As politics, news, religion, education, and commerce are given less and less expression in the form of the printed word, they are rapidly being reshaped to suit the requirements of television. And because television is a visual medium, whose images are most pleasurably apprehended when they are fast-moving and dynamic, discourse on television has little tolerance for argument, hypothesis, or explanation. Postman argues that public discourse, the advancing of arguments in logical order for the public good, once a hallmark of American culture, is being converted from exposition and explanation to entertainment.
©1985 Neil Postman; (P)1994 Blackstone Audio Inc.
"A brilliant, powerful and important book....This is a brutal indictment Postman has laid down and, so far as I can see, an irrefutable one." (Washington Post Book World)
"[Postman] starts where Marshall McLuhan left off, constructing his arguments with the resources of a scholar and the wit of a raconteur." (Christian Science Monitor)
"A sustained, withering and thought-provoking attack on television and what it is doing to us....Postman goes further than other critics in demonstrating that television represents a hostile attack on literate culture." (Publishers Weekly)
As another reviewer noted the reader on this book goes way too fast for listening comfort. It's like he had someplace he needed to be. The content is the kind the calls for careful listening and I became frustrated with the speed reading approach. Even slowing down the delivery with my ipod didn't help because he was going so fast that the slower version came across as broken and with abnormal pauses. I ended up getting the book and reading it thoughtfully.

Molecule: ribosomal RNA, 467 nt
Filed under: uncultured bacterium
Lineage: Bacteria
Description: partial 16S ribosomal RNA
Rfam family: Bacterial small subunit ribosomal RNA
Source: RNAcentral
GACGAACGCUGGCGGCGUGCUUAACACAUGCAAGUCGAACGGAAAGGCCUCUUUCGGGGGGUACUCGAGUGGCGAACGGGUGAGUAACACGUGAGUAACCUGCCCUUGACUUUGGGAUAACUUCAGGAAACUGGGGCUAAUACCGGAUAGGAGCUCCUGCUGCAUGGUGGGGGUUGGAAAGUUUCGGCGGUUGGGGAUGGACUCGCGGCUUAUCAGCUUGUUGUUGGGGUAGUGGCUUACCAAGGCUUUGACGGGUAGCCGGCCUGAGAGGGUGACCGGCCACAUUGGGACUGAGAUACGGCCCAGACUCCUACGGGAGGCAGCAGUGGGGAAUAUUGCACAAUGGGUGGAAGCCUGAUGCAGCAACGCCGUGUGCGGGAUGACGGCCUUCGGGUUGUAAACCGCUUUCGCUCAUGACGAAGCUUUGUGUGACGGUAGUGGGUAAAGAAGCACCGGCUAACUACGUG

The content is dated only in its mention of particular shows/celebrities/current events and I would love to know what Mr. Postman would say about computers and all the new inputs. The argument is still completely relevant today and makes for fascinating study.
This is the first book I have ever rated or commented on at Audible, and I only do so because I feel the need to commend the author and tell others to read it as well.
He has many other books on this subject that I would also recommend reading, but I HIGHLY recommend this book to any and everyone living in todays culture. If we're to make a difference, we must first understand the land of which we live...
This is an excellent book that all serious people should read. It speaks to the profound impact that media has had on our culture. Specifically, it speaks to the "news" media that has more and more shaped and made the news instead of just reporting. But, this is college level reading. The narrator reads much too fast for the depth of the subject covered to allow for serious consideration by the person listening. I found it an exercise in "rewinding" repeatedly to listen again to Postman's complex ideas to ensure I understood them.